Six months ago, my father came down with a cerebral infraction, so I returned home to nurse him, and at the same time, I worked desperately at my job to keep
both ends going. One day, when I was having an argument with my brother, my father said to him, “Don’t make her angry. If you do, she’ll stop nursing me and I’ll be
in a bind.” When I heard him say that, I wondered whether the “thank you” he was saying to me was only to please me. So what is the meaning of being grateful to
your parents? Does thinking “thank you very much” mean that one is truly grateful? What should a person do to express gratitude? I felt disappointed and sad that
what I had been doing so unwittingly for the family was all for naught.
(A.M., 36 years old, female)
Response given by Reverend Yasuhiro Hosokawa, Seicho-No-Ie Ordained Minister
I sincerely respect you for your unselfish efforts in caring for your father and your family while working, coping with both ends. Judging from all you are doing, I know that you love your father deeply and that was the reason you decided to return home to take care of him. However, you were shocked by his words which you did not expect to hear. Now, let us give some thought to what took place. I wonder if the words your father said, “Don’t make her angry for she won’t take care of me and I’ll be in trouble,” were his true feelings. If you accept exactly what he said, then you may be right and I, too, would have difficulty accepting them.
However, this is where we need to reflect. Generally a father, being a man, has difficulty expressing his feelings clearly. Besides, it may be possible that your father, who had lost his freedom and was lying in a sick bed, in his irritated state spoke words entirely opposite to how he was feeling in spite of being grateful to you. There is a need to take that into consideration. Another point is that there are times your mind may subtly be influencing your father’s mind. There is an ancient poetry, “The mind of the one who comes before you is like a mirror. See the reflection as your own self,” (by Munetada Kurozumi).
This means that those in your surroundings and the natural environment, including your family around you, are all reflecting your mind. This world appears as if everything is existing separately, however, they are all given God’s life and are one with one another (self and others are one). Hence, I wish you would reflect on yourself and see whether you are being arrogant with the feeling that “I am caring and nursing him.” We can say that such feelings may return to you as your father’s harsh words.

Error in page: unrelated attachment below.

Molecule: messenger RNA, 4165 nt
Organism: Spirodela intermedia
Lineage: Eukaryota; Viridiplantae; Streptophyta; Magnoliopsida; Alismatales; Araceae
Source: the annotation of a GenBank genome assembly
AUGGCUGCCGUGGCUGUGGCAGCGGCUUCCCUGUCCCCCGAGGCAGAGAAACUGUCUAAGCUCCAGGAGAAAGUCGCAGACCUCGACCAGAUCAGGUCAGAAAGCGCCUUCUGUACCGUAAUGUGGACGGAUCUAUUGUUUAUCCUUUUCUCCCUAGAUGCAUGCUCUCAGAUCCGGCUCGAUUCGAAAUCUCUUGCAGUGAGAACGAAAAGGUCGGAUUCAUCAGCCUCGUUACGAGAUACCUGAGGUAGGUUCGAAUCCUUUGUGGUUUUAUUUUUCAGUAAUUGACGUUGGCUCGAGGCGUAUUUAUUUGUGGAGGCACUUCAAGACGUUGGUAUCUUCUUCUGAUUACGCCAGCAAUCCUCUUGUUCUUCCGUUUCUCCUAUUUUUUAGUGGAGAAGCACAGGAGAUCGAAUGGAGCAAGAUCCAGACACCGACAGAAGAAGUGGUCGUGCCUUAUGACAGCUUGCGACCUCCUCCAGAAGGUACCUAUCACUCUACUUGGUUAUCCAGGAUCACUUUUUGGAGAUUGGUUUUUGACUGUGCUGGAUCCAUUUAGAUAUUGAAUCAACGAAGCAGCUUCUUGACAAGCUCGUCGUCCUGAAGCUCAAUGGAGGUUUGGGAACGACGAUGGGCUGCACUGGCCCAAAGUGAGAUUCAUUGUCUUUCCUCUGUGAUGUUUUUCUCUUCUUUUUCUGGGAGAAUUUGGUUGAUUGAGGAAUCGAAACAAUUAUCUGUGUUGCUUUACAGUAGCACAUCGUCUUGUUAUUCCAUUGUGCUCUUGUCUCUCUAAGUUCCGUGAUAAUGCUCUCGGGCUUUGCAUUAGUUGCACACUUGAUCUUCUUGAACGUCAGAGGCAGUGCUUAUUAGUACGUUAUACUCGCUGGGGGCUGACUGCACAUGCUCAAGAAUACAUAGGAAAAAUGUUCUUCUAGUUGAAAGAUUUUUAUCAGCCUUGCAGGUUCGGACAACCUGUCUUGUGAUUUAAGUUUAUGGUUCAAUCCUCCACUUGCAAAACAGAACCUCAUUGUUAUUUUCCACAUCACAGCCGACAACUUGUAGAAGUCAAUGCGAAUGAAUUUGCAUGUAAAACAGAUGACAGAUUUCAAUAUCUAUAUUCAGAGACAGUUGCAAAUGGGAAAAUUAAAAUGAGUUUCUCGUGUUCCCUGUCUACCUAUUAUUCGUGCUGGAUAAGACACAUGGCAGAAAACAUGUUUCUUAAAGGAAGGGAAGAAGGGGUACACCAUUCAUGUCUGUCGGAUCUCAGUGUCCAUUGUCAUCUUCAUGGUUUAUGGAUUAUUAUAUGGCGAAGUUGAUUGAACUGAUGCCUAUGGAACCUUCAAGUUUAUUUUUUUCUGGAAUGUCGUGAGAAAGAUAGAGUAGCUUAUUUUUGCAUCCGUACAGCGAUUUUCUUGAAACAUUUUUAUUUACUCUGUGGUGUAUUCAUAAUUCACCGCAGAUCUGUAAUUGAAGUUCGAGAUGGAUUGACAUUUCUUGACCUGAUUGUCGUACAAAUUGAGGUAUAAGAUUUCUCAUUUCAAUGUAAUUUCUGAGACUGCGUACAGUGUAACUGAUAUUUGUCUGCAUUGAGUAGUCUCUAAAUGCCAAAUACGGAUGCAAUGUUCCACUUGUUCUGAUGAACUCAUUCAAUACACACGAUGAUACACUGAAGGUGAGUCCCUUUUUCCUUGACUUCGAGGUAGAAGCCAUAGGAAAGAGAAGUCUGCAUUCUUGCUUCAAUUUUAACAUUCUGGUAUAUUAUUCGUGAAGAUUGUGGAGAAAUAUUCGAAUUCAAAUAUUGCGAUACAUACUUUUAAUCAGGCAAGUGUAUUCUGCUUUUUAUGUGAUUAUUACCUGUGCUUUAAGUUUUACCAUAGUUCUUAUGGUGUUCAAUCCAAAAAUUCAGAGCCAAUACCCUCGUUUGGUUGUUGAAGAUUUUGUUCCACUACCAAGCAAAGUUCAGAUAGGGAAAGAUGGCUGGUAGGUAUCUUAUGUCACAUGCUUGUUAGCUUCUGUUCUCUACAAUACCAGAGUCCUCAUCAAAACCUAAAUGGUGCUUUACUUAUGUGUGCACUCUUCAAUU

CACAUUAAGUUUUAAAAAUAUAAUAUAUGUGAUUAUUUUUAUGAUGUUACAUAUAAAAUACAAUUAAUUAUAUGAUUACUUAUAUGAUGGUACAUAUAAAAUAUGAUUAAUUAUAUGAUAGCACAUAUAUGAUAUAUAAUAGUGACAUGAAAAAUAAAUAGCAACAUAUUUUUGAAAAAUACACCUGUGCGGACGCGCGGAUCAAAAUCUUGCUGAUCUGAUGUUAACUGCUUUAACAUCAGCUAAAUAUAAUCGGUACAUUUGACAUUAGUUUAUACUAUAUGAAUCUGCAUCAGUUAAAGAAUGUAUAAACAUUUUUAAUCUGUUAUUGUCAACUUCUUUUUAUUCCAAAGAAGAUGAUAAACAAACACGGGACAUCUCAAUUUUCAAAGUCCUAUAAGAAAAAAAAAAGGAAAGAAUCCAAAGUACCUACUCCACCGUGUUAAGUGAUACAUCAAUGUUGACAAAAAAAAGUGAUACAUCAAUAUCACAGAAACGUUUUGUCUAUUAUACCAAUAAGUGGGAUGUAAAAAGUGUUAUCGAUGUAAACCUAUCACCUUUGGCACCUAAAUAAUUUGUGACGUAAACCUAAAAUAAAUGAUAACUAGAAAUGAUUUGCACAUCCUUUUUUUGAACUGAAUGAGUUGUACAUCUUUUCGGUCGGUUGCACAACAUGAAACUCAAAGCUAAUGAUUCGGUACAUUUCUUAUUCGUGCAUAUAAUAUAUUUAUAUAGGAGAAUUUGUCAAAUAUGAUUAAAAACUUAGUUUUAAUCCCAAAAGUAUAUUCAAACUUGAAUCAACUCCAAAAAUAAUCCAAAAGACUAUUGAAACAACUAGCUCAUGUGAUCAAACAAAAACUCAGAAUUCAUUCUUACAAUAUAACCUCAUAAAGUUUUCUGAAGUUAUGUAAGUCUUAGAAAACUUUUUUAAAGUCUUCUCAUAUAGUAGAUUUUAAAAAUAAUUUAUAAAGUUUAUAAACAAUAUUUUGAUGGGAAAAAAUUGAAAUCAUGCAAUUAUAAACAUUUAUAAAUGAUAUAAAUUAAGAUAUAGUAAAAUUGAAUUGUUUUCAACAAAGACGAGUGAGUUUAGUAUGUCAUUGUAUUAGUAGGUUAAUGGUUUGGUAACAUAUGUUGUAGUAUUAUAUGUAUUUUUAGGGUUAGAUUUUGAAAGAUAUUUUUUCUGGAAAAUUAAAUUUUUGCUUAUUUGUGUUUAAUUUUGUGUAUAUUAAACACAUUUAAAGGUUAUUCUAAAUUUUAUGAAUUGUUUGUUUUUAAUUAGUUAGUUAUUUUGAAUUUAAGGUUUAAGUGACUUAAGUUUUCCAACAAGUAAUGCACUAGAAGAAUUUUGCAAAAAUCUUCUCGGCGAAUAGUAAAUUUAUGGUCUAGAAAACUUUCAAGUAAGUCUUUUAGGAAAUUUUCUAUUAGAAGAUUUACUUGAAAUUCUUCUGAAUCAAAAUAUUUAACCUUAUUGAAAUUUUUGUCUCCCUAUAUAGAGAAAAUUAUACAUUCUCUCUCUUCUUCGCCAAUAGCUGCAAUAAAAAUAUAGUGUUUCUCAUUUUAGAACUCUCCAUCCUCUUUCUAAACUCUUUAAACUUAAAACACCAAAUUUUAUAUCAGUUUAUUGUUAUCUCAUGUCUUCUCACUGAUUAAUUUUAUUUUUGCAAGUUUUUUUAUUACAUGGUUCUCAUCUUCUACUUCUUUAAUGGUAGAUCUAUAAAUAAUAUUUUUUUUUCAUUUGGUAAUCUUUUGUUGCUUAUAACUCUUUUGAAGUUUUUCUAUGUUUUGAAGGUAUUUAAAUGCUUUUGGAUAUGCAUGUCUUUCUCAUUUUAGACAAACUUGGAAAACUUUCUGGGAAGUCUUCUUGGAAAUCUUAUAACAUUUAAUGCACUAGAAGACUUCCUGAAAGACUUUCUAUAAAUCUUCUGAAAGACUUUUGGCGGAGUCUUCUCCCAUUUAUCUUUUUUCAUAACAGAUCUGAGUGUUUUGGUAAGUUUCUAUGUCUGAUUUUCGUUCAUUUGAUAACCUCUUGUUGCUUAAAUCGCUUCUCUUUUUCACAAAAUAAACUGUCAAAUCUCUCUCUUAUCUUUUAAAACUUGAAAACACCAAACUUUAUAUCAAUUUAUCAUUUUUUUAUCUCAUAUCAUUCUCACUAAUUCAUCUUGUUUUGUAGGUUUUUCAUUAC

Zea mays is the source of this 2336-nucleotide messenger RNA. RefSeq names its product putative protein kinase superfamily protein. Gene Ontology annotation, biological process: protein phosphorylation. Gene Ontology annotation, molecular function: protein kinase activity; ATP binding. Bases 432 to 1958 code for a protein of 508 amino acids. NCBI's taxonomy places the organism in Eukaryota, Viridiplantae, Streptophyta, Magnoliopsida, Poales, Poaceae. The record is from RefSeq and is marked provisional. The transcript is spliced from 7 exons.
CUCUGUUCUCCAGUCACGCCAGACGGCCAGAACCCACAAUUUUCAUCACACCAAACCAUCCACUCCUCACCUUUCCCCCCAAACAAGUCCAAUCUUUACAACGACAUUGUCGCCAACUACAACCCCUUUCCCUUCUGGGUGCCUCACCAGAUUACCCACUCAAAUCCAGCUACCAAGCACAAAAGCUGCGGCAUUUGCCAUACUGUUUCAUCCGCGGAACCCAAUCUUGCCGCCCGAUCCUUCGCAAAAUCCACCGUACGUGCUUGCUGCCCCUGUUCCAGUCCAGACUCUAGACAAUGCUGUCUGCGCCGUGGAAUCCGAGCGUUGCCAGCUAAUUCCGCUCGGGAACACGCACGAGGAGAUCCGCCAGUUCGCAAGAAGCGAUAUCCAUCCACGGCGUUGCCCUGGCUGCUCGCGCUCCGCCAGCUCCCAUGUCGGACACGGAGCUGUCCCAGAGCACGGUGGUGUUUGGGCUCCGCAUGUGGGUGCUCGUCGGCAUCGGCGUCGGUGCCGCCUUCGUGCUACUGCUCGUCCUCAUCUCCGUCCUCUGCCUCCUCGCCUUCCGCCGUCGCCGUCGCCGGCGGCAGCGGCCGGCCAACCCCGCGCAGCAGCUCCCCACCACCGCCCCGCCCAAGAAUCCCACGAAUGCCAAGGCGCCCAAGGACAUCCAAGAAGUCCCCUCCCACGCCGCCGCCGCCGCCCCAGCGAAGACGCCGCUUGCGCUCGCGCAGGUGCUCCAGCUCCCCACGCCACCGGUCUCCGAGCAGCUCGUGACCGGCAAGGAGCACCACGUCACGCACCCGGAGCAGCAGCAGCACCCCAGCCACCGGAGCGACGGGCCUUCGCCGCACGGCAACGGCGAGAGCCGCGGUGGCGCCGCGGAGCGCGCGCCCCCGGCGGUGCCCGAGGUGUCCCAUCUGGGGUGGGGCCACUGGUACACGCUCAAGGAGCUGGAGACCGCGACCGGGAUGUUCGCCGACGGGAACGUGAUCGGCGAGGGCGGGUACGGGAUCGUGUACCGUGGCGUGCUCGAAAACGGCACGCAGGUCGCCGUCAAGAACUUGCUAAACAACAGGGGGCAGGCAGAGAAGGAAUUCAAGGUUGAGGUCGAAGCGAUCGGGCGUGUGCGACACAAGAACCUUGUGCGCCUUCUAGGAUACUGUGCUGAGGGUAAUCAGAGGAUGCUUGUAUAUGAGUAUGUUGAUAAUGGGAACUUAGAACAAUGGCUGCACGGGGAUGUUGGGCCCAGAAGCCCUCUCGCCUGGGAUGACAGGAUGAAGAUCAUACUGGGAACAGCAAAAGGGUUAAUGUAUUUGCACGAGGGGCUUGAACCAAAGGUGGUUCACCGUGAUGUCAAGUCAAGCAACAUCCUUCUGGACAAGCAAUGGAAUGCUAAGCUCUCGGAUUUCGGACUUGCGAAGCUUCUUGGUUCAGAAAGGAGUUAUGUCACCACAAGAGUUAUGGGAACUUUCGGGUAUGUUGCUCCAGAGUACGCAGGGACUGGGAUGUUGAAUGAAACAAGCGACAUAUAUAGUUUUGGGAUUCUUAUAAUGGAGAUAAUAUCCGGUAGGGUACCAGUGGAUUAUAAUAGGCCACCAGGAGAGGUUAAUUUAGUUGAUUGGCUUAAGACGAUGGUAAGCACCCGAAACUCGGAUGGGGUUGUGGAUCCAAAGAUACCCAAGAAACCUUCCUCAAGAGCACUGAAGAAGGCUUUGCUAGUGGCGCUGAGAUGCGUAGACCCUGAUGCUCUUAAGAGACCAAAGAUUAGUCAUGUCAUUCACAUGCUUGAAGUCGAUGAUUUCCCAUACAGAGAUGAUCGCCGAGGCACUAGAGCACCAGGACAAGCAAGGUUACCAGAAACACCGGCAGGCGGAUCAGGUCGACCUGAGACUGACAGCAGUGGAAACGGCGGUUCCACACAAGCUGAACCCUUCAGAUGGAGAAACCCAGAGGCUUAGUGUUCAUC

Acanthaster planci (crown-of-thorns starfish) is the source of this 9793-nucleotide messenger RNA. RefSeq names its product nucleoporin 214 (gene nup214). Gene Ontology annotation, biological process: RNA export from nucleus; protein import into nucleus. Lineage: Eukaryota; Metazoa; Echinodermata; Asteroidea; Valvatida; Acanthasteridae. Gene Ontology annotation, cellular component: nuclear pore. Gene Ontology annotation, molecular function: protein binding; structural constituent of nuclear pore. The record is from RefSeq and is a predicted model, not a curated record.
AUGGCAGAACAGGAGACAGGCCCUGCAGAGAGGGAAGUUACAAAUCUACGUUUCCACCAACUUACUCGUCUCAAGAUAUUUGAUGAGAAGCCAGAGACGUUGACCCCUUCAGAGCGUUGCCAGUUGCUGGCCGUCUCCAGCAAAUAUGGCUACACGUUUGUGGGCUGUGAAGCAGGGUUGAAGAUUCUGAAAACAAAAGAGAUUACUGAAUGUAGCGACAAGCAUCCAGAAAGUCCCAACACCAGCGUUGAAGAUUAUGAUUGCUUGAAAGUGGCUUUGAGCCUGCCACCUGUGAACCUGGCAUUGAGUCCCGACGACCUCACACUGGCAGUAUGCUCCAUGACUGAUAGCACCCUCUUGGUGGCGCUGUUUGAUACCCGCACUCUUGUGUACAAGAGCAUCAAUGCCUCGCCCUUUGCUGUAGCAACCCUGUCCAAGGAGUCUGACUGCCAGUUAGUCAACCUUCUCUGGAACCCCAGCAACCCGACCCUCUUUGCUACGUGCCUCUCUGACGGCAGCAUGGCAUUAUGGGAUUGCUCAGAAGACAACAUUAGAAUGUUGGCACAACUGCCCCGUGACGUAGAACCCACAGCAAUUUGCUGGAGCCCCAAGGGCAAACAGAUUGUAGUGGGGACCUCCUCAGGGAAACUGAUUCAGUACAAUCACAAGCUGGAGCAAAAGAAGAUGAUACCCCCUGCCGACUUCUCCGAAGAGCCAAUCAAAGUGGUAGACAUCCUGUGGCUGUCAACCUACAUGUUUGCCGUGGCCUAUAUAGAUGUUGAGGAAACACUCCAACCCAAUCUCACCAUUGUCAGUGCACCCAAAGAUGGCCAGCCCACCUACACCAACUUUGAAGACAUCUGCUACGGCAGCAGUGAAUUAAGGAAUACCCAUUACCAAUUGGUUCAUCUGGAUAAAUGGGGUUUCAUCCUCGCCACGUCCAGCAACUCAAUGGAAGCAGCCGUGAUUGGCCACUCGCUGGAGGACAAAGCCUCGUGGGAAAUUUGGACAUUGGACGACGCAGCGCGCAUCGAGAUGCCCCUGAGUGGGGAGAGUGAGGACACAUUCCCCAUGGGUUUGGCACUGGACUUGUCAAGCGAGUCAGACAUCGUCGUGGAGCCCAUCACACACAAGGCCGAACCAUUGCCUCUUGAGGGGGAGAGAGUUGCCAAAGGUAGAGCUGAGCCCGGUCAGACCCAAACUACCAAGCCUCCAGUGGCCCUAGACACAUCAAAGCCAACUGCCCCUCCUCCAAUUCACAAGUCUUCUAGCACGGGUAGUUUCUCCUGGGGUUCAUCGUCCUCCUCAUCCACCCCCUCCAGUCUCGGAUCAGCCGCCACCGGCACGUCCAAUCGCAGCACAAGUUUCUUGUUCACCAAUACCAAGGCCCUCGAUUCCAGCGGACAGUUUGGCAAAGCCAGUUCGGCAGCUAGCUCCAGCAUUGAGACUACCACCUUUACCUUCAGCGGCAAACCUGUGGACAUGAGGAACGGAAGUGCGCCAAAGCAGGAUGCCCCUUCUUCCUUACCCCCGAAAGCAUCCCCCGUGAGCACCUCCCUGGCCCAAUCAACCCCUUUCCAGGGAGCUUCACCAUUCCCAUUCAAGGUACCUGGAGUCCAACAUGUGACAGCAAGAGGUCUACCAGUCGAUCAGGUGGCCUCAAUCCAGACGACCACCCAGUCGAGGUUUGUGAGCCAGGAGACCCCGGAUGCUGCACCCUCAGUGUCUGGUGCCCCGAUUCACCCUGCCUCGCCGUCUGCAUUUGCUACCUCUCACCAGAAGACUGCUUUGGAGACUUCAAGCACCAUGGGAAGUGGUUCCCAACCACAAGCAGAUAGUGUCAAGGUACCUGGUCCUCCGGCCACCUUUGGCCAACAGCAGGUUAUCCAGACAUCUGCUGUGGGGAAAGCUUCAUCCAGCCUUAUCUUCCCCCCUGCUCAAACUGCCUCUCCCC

You asked what it means to be grateful to your parents. However, you don’t need any reason to be grateful to them. You should be grateful that they gave you life. Seicho-No-Ie teaches that we are born on this earth with eternal life from God to express this joy of birth and to elevate our soul. It is our parents who have served as intermediaries for our birth; therefore, we can only be grateful to them. Parental love does not seek return. It would never ask anything from their children.
Reverend Masaharu Taniguchi, the founder of Seicho-No-Ie, has taught us the following in his book, Shinri Nyûmon 25 Shô, “Introduction to the Truth -25 Chapters.” “A child is born from his parents and from this standpoint, they are one with each other. Generally speaking, to love means to feel that the child and self are one with each other in life.” (Partial omission) When you were a baby, your mother washed your diapers by hand no matter how dirty they were and did not feel they were dirty because she loved you very much. You know how much your father and mother have loved you since you were a baby and still love you. Let us remember this and be grateful to them.” (pp 70-72)
People have been saying for many years, “A person realizes how much his parents loved him when he has a child of his own,” or “When you wish to be good to your parents, they are no longer with you.” Don’t you think now is the chance to do filial piety for your parents? This is what is going to make your life a happy one in the future.
From Riso Sekai (Ideal World), March 2008, pp. 58-59
©Reverend Yasuhiro Hosokawa